Brown Urges President Obama to Press the New Libyan Government on Accountability for Terrorist Attacks Sponsored by Qaddafi

2012 Marks the 40th Anniversary of Munich Olympic Massacre; The Families of Israeli Olympian David Berger of Beachwood— and the 11 Israelis Who Died that Day—Have Yet to Receive Compensation From the Libyan Government

WASHINGTON, D.C. – U.S. Sen. Sherrod Brown (D-OH) today urged President Barack Obama to begin negotiations with the Israeli and Libyan governments to provide compensation to the victims of the Munich Massacre. The Black September Organization (BSO) is responsible for the Munich Massacre at the 1972 Summer Olympic Games, which resulted in the death of 11 members of the Israeli Olympic team, including Ohioan David Berger.  While Libya has agreed to compensate other victims of its terrorist activities, previous attempts to engage the Libyan government on the Munich Massacre have failed.

“We must hold terrorists accountable,” Brown said. “Accountability means that every victim’s family of the 1972 Olympic Massacre is compensated – including the family of Ohioan David Berger.  With the fall of the Qaddafi regime, we must seize the opportunity to compensate these families and send a clear signal to terrorist regimes that we will not rest in our fight for justice.”

Brown most recently visited Israel in November 2010. The David Berger National Memorial, located in Beachwood, Ohio, honors the Shaker Heights native and all the victims of the tragedy in Munich.

A copy of the letter can be read here.

President Barack Obama

The White House

1600 Pennsylvania Avenue, NW

Washington, DC 20500


Dear Mr. President: 


I appreciate your efforts regarding the possibility of using frozen Libyan assets to supplement the settlement amounts to US victims of terrorism sponsored by the Qaddafi regime.   I hope that you will continue to work toward an effective solution given the constraints facing the US-Libya Claims Settlement Agreement.  With a new government in Libya, we must work to create a free and democratic Libya while compensating those who were victims of former dictator Muammar Qaddafi’s global terror campaign.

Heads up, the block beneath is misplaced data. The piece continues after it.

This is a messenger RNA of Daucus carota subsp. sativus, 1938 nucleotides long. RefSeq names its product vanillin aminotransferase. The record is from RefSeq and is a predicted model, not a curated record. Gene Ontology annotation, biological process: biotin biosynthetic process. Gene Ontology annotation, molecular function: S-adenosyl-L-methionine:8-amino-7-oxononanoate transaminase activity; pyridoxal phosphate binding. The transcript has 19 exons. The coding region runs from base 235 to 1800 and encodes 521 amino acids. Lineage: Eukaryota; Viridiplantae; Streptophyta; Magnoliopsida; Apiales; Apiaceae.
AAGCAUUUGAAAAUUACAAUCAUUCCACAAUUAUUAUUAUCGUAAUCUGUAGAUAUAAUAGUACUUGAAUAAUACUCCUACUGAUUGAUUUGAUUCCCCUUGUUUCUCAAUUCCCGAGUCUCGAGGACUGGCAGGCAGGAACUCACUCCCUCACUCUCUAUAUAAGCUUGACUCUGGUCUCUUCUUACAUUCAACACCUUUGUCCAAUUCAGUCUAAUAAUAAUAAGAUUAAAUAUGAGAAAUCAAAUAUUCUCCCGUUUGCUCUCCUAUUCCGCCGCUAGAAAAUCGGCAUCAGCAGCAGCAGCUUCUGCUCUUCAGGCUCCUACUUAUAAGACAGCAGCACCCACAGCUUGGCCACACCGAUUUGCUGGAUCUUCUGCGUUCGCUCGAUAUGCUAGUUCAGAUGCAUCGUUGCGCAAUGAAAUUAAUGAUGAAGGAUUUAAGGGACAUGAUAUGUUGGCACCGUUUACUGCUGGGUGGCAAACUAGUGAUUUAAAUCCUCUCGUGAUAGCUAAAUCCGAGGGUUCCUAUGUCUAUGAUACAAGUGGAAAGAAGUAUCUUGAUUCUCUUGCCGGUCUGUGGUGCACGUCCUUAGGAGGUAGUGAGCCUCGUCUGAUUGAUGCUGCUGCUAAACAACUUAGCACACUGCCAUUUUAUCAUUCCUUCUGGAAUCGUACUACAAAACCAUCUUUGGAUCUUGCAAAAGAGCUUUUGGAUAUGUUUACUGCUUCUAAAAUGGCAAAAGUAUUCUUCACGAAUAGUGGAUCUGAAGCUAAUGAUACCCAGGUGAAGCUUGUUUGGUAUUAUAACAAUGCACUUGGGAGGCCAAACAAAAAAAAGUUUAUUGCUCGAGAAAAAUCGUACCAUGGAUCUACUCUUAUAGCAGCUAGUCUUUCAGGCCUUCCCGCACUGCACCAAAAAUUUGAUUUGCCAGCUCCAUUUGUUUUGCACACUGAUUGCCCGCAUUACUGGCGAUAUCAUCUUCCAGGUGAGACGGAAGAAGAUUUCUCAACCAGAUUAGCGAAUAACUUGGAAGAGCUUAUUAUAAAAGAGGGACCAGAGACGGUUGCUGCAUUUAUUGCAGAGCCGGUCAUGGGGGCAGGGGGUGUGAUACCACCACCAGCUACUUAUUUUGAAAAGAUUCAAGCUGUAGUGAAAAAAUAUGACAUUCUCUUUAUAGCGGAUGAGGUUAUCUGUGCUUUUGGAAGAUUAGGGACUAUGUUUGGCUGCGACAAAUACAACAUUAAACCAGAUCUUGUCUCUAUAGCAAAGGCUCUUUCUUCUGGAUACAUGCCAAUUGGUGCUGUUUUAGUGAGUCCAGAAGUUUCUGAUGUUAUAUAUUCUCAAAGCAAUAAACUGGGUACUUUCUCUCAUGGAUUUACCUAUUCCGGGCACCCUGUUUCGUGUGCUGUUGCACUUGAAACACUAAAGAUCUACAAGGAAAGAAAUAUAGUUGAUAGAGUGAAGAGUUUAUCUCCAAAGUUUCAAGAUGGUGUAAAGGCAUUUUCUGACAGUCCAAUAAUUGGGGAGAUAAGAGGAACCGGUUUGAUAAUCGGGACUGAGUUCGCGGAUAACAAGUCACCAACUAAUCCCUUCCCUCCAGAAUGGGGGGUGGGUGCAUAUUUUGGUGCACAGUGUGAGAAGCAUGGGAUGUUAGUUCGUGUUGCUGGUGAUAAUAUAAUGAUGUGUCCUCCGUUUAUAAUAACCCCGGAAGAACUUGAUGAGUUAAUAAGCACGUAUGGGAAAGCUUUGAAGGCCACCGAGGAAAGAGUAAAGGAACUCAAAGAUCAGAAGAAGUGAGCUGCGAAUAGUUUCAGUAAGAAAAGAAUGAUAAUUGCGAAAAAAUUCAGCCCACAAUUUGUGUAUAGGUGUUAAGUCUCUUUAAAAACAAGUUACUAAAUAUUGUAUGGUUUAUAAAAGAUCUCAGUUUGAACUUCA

I ask that you work with the Israeli government and your counterparts in the international community to compensate other victims of terrorism sponsored by the Qaddafi regime that fell outside of the 2008 US-Libya Claims Settlement Agreement.  The victims of the Munich massacre at the 1972 Summer Olympic Games included 11 members of the Israeli Olympic team, including American David Berger. 


It is well established that the massacre was carried out by the group Black September and that it was supported by the Libyan government of Qaddafi.   Unfortunately, during negotiations that led to the 2008 US-Libya Claims Settlement Agreement, Mr. Berger was not included.  Those responsible for the murders remain unpunished.  The families of the victims have received no compensation from the Qaddafi regime.


There is a national memorial to David Berger in Beachwood, Ohio.  Mr. Berger was an American citizen and one of the 11 Israeli athletes killed at the 1972 Olympic Games.  As a nation, we honor his memory and Israeli teammates, but we must compensate his family and hold those responsible for his death accountable.


Holding the Qaddafi regime accountable for its actions does not terminate with the end of the regime.  Seeking justice and compensation for victims of global terrorism sends a powerful message to those who may be seeking to act similarly.   The window of opportunity to engage the new Libyan government has never been greater.   Yet, as we approach the 40th anniversary of the massacre, memories fade while justice remains denied.  


I ask that you work with the governments of Libya and Israel to forge an agreement that will allow Libya to move forward in its quest to shake its dark past, while providing the families of the innocent Israeli and American victims of the Munich massacre the compensation and justice that has been so long denied.


Thank you for your attention to this important matter.




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